Reply To: The Missing Features of a Love Child

Avatar photoAnonymous

To continue on in light of the last dev blog…

Random Party Events: In Mount & Blade random events occur for the player whilst traversing the world map, or whilst visiting settlements and locations. Once triggered, these random events (generated from a pool, dependent upon specific triggers) offer the player a number of choices. These choice can have positive or negative effects. None of these effects were so punishing that they crippled the player i.e perm death for random characters. The way they worked in Mount and Blade could work well in Battle Brothers, except instead of effecting the player (in the case of mount and blade) they instead impact individual brothers. I don’t know they extremes to which the devs plan to go to in order to implement such a feature – however – I do believe events will help the story telling in the game, and prevent the world from feeling static.

One suggestion I do have is perhaps a bit controversial. People whinge about RNG. But I really strongly believe random events, and their effects need a good triple dose of RNG. One action should not always have the same outcome. For example, if one scenario involves stumbling across a bunch of prisoners on the run. the options to ‘leave them be’ ‘detain’ or ‘let them go at a cost’ should yield different outcomes the next time that same event occurs. The ‘detain’ option could commence a battle, or it could give a new trait to the brother who caught the quick little Hugo who tried to escape, or it could yield you two new brothers for free.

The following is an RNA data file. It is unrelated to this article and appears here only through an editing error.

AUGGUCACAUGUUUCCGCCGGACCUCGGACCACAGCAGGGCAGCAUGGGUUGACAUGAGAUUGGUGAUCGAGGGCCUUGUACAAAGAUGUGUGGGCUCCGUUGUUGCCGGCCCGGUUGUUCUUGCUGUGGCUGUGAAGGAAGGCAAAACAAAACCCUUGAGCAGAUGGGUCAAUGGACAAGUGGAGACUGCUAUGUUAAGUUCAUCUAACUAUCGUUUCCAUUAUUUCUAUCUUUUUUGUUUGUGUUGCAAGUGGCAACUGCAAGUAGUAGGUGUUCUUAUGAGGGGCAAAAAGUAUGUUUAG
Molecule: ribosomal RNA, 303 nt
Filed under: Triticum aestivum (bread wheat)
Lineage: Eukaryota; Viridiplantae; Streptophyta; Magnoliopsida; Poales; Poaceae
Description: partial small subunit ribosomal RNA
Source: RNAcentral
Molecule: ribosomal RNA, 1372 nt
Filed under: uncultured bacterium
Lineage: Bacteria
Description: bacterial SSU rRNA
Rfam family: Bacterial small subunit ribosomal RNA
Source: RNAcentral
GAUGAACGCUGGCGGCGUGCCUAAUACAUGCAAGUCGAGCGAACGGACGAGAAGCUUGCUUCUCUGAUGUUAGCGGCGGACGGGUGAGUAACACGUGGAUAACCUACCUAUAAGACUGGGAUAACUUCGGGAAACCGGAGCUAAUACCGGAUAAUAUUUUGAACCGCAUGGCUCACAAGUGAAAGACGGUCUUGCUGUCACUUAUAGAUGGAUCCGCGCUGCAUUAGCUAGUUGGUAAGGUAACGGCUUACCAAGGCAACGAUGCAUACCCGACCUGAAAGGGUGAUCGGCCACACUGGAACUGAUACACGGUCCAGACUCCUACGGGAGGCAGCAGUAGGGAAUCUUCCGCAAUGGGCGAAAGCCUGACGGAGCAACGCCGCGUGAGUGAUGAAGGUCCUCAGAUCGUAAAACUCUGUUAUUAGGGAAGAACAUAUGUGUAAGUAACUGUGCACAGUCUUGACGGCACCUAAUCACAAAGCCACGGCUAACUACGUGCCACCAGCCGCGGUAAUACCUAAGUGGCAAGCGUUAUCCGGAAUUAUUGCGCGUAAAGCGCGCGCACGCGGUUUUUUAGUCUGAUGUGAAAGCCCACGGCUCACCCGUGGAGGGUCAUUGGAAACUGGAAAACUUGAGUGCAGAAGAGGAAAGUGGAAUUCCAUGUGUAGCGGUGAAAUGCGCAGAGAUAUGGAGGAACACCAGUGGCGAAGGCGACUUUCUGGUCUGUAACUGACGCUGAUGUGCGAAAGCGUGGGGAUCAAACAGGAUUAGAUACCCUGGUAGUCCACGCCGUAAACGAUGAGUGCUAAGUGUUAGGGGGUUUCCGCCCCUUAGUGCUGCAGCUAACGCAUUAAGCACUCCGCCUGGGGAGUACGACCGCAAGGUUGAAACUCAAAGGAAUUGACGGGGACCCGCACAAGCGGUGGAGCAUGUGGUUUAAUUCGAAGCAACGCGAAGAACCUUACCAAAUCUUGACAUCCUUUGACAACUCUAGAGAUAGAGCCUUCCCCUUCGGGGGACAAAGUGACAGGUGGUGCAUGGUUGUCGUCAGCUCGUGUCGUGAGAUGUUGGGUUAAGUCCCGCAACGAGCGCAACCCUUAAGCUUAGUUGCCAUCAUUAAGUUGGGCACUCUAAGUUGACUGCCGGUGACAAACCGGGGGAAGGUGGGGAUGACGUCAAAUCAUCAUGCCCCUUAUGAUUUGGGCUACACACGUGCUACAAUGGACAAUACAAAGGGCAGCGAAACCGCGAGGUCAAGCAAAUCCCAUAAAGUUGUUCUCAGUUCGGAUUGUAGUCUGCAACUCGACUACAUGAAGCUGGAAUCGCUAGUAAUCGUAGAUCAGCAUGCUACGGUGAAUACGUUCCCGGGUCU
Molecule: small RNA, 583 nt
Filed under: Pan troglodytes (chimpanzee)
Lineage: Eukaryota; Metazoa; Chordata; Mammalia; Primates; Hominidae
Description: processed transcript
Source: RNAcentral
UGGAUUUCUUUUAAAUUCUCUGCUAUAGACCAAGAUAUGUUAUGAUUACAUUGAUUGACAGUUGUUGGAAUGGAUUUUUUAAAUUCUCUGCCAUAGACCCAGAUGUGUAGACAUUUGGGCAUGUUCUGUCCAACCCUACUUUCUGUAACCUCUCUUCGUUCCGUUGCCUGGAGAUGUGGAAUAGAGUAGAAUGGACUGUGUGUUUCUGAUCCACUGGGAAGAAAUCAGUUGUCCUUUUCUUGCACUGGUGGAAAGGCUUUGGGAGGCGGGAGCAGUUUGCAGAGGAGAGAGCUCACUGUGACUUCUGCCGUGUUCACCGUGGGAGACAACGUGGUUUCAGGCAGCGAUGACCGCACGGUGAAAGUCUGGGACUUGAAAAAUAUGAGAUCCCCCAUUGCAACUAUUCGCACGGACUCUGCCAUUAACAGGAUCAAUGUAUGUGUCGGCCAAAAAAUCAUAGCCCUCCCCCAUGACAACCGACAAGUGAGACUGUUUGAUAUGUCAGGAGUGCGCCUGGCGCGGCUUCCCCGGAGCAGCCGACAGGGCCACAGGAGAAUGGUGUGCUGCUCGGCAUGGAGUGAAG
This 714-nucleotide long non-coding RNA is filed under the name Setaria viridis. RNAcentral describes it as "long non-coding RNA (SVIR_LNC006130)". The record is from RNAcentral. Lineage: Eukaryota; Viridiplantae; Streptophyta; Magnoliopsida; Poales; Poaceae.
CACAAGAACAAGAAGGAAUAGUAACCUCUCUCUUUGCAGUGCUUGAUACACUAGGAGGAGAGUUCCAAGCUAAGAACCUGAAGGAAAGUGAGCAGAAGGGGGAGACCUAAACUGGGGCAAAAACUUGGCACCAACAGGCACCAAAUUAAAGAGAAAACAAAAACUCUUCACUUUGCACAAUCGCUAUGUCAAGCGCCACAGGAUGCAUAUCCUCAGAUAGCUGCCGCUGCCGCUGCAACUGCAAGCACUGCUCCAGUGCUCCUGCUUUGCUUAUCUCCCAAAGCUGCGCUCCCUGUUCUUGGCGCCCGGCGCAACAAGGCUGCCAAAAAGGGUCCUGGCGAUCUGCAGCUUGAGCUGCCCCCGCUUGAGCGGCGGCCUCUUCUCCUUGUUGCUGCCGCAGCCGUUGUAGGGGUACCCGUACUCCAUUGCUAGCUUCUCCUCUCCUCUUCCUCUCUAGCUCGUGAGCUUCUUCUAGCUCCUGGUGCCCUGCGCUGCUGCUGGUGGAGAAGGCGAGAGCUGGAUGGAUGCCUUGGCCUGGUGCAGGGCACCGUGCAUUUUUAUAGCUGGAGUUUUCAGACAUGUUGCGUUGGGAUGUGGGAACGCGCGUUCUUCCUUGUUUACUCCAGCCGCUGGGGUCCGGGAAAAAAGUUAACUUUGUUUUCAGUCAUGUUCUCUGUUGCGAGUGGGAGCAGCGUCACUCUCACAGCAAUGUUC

What I’m suggesting is a complex multi-prong events system whereby the options have different outcomes to prevent predictability. A random (yet invisible) roll of the die, gives us unpredictability, which translates into replayability and believability. The world of Battle Brothers is unpredictable and this should translate into the events system when it is finally implemented.

World Map Interactions: The events system can also impact the way the player interacts with the world around them. In Mount & Blade, all things on the overworked map are to some extents intractable. Trade caravans, roaming parties, patrols – you name it, they all can be interacted with. If events work through specific triggers, then in game dialogue and interactions could involve a matching system of triggers. An event triggered by a patrol recognising a battle brother with the ‘deserter’ backstory, here the deserting brother is the trigger for the event, this could also be adopted for the NPCs (when they finally make it into the game). When entering a dialogue with a trade caravan, having a merchant in your party could open up dialogue unavailable without them, i.e. the ability to trade (manipulating what resources get exported and imported between settlements). An event that involves stumbling across a wounded hedge knight, could have an additional option if say, a healer was in the player’s party (an option that may yield more desirable results).